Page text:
There are more than 40,000 empty shops across the UK, and for many people a trip to the high street is not an enjoyable experience. But it could be so much better.
Imagine using phone identification to check into your high street and a host of real-time events and offers flashing up on your smartphone. Imagine not having to fret about parking – being directed to free spaces by your phone. This technology is already being used in Spain.
The future of shopping will see many stockless shops where customers sit on sofas and view new collections, for example, through high-definition touchable holograms.
You will be able to browse just using your fingers in the air. If you wish to check a fabric on the garment you can touch the hologram and feel the delicate silk or harsh denim. If you like the dress you see you can order it through your phone and it'll be delivered to your house in two hours.
Technology is already transforming shopping, but it also has the potential to transform public spaces such as libraries into vibrant community tech hubs. In the US there are civic hacking days where software developers and local people gather to invent new solutions to community problems using publicly released data, code and technology. We need this spirit on our high streets to foster a keen sense of digital citizenship.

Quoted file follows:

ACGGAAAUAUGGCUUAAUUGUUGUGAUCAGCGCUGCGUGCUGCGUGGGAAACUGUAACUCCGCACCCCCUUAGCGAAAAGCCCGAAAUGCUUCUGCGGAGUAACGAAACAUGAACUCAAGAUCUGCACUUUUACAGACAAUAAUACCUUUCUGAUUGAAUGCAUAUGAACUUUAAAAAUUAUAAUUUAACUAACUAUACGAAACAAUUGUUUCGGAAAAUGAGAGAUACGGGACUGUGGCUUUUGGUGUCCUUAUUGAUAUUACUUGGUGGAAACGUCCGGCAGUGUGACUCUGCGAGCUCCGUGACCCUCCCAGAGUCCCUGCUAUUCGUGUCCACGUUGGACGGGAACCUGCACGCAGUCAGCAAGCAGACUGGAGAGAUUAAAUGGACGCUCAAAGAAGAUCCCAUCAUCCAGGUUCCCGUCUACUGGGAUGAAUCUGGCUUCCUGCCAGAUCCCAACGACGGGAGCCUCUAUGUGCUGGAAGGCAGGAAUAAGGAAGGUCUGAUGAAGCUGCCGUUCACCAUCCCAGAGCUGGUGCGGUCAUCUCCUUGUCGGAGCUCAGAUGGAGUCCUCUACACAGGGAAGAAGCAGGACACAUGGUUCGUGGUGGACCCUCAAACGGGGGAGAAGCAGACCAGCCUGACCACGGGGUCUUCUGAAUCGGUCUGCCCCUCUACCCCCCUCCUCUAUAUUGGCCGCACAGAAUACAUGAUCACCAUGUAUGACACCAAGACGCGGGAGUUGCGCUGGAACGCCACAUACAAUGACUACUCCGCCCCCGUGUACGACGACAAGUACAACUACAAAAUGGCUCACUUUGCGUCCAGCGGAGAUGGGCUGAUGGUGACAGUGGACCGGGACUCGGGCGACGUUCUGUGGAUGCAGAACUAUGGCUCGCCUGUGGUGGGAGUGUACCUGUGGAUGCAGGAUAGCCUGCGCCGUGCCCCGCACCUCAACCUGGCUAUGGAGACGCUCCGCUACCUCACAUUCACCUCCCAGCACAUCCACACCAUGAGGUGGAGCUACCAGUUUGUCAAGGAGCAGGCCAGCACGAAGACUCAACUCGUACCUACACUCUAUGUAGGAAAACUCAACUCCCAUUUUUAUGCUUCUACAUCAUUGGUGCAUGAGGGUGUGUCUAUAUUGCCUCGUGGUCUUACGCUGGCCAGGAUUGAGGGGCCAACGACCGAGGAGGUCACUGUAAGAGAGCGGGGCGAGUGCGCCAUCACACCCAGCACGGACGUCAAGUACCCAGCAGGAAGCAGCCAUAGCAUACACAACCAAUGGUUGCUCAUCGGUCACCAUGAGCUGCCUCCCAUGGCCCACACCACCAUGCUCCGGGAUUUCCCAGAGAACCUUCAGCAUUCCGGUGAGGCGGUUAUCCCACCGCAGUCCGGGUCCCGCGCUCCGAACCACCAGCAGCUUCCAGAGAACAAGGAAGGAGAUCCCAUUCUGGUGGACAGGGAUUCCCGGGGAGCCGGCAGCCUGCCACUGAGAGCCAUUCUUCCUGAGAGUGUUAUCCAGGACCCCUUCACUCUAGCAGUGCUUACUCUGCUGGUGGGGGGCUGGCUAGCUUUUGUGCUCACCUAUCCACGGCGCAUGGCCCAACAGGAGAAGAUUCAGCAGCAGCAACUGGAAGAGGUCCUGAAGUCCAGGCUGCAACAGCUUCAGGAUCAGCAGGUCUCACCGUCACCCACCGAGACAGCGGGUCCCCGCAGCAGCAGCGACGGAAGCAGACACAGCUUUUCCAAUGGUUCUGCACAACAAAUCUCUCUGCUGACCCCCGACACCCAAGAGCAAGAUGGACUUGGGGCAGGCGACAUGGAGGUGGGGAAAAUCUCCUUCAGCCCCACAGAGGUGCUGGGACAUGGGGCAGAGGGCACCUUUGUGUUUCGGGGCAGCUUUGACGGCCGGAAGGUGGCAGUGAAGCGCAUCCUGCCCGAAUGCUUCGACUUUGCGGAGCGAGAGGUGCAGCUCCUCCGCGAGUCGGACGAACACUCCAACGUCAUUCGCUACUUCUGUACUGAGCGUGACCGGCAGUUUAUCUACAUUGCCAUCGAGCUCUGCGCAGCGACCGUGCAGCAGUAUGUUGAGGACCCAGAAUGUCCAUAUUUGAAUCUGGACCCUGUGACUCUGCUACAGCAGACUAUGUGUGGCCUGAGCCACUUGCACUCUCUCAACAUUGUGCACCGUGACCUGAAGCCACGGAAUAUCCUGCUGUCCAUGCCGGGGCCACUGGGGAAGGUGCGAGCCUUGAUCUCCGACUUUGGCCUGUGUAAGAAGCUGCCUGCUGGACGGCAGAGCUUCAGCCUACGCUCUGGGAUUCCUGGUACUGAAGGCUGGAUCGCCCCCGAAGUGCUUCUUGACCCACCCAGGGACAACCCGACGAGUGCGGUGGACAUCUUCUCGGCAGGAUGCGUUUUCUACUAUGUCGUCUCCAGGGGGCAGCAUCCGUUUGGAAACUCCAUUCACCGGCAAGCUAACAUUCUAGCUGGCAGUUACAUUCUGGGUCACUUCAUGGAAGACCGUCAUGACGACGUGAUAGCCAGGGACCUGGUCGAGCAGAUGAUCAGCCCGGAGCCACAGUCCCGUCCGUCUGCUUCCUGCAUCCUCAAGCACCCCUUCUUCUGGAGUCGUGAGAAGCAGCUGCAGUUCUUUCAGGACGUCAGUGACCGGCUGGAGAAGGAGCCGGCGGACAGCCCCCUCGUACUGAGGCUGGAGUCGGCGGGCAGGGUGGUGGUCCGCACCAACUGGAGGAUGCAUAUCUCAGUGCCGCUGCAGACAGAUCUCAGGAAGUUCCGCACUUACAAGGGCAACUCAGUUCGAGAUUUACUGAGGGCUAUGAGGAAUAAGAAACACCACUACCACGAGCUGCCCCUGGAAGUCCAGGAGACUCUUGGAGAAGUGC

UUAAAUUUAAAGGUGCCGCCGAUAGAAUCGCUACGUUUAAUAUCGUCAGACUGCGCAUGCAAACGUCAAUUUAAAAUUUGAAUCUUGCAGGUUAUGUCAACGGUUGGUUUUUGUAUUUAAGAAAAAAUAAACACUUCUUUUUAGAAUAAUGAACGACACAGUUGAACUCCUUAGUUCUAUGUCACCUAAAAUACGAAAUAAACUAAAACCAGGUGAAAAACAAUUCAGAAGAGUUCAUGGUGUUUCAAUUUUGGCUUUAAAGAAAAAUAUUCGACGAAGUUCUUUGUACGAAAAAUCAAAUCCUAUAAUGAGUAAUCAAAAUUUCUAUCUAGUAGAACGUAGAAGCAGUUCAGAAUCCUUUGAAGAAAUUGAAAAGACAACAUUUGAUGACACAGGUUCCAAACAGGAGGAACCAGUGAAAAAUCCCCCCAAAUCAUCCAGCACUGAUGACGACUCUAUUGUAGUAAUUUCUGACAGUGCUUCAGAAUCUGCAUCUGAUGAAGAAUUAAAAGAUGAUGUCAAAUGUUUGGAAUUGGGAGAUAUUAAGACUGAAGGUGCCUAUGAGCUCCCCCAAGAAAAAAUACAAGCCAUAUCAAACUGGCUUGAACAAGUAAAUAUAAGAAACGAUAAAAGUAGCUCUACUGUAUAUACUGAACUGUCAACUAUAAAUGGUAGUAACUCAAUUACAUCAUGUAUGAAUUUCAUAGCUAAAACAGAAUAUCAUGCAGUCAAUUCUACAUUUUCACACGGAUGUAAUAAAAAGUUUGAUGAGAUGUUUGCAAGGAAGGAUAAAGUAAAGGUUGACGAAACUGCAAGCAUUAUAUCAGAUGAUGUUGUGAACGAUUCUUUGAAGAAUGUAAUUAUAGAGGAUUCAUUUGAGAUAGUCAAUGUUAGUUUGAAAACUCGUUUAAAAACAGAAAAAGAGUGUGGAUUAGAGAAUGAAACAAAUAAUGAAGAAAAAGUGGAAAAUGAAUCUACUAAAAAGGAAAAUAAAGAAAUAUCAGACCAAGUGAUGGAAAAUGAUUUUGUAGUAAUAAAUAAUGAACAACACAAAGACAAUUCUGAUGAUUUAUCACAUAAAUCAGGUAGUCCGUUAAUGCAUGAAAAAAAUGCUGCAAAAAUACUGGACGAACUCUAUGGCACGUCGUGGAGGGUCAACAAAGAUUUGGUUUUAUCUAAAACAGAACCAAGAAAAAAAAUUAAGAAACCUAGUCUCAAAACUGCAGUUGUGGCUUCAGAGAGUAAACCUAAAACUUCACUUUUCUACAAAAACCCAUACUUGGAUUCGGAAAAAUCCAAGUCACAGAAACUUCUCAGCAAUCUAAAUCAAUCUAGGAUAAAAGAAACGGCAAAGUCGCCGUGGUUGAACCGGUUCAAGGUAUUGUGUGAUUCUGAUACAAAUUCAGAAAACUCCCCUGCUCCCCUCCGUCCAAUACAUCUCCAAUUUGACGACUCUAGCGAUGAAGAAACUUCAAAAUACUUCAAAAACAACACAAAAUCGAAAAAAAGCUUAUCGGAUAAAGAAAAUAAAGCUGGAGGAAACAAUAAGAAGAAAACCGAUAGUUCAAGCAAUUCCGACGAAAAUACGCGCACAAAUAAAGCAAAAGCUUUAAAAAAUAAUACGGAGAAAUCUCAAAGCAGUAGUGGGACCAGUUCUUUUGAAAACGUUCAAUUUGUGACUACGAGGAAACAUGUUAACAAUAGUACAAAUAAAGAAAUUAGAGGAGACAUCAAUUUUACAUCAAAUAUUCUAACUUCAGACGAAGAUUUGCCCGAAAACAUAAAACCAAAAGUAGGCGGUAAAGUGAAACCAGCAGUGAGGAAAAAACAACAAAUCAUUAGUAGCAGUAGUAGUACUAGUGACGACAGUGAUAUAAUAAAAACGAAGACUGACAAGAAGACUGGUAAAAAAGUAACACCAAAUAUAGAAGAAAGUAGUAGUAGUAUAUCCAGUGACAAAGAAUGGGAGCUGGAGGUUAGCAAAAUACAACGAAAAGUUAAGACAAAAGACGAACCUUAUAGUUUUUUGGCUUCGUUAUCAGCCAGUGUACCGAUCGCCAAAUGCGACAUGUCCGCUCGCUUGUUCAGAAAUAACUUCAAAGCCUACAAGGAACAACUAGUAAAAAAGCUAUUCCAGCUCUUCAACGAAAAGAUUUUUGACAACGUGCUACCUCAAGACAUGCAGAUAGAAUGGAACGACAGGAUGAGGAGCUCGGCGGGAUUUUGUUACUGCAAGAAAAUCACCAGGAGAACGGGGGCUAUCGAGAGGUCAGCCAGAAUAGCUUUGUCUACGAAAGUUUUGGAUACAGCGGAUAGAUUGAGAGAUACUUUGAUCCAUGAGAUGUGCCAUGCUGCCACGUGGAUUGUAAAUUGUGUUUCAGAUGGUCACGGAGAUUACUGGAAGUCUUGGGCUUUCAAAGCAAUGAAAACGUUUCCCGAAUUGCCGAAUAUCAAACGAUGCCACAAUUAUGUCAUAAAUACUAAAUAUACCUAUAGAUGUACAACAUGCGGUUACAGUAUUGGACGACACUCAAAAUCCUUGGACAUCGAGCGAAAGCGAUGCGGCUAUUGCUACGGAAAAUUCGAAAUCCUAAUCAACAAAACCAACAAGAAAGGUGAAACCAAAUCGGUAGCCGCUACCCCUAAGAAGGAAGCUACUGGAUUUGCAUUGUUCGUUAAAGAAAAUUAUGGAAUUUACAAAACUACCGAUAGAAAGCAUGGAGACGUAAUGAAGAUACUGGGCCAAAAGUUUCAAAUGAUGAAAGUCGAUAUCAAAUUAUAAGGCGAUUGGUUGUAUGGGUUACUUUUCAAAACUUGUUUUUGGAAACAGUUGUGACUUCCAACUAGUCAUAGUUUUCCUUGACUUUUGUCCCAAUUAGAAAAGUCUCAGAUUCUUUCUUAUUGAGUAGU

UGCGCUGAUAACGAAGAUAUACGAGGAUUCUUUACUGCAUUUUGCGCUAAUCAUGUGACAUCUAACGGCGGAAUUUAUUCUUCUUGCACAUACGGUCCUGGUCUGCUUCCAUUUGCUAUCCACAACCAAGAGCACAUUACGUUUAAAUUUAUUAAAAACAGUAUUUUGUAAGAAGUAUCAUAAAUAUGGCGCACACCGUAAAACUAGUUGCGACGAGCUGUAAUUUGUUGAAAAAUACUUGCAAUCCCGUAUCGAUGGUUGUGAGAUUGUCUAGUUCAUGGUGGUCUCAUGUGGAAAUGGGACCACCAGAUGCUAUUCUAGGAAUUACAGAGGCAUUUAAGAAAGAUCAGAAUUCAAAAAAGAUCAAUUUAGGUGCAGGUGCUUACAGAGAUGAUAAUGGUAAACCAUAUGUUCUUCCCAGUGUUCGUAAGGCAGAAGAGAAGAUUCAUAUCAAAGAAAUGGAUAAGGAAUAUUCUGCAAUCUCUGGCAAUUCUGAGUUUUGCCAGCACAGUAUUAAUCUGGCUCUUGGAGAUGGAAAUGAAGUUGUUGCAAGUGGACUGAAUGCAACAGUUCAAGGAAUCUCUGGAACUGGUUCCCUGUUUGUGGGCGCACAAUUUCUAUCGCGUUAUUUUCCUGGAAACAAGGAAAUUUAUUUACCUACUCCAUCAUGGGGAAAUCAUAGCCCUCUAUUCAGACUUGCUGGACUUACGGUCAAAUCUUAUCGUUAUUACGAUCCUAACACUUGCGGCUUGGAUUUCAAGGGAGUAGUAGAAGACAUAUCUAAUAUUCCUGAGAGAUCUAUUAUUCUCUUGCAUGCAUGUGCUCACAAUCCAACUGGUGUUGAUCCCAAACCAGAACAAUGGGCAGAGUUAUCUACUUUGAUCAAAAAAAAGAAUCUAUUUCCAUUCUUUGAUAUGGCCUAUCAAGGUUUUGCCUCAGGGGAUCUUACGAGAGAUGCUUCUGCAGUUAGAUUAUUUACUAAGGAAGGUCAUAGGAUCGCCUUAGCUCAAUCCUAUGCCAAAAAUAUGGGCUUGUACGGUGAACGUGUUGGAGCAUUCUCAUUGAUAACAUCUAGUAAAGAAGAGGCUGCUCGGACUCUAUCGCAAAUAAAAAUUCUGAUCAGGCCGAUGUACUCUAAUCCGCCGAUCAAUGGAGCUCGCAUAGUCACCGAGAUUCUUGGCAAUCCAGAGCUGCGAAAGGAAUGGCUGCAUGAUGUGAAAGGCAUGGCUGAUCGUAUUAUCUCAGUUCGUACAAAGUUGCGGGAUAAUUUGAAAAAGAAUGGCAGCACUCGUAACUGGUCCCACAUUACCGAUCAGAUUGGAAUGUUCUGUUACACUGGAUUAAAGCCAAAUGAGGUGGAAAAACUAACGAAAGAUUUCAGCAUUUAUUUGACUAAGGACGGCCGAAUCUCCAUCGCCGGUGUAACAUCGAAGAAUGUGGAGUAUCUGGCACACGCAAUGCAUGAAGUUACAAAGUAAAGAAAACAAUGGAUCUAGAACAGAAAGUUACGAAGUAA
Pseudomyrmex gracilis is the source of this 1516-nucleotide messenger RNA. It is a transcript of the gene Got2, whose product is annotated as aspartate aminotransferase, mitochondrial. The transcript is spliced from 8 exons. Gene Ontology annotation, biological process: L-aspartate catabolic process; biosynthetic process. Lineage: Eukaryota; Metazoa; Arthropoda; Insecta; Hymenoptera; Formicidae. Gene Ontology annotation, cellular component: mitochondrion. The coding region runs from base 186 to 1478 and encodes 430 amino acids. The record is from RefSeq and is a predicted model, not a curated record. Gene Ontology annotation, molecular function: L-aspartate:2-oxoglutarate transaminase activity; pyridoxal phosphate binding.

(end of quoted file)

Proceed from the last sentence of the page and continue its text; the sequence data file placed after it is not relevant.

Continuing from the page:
Mary Portas famously referred to the threat of new technological developments to the high street in her review. I take the opposite view – there needs to be more technology, not less.
Over the last few months I've worked with Eva Pascoe, a retail technology expert, to develop ideas around "networked high streets", which will be launched in my alternative review this week.
We mustn't fear technology. We have to embrace it to make our communities stronger.
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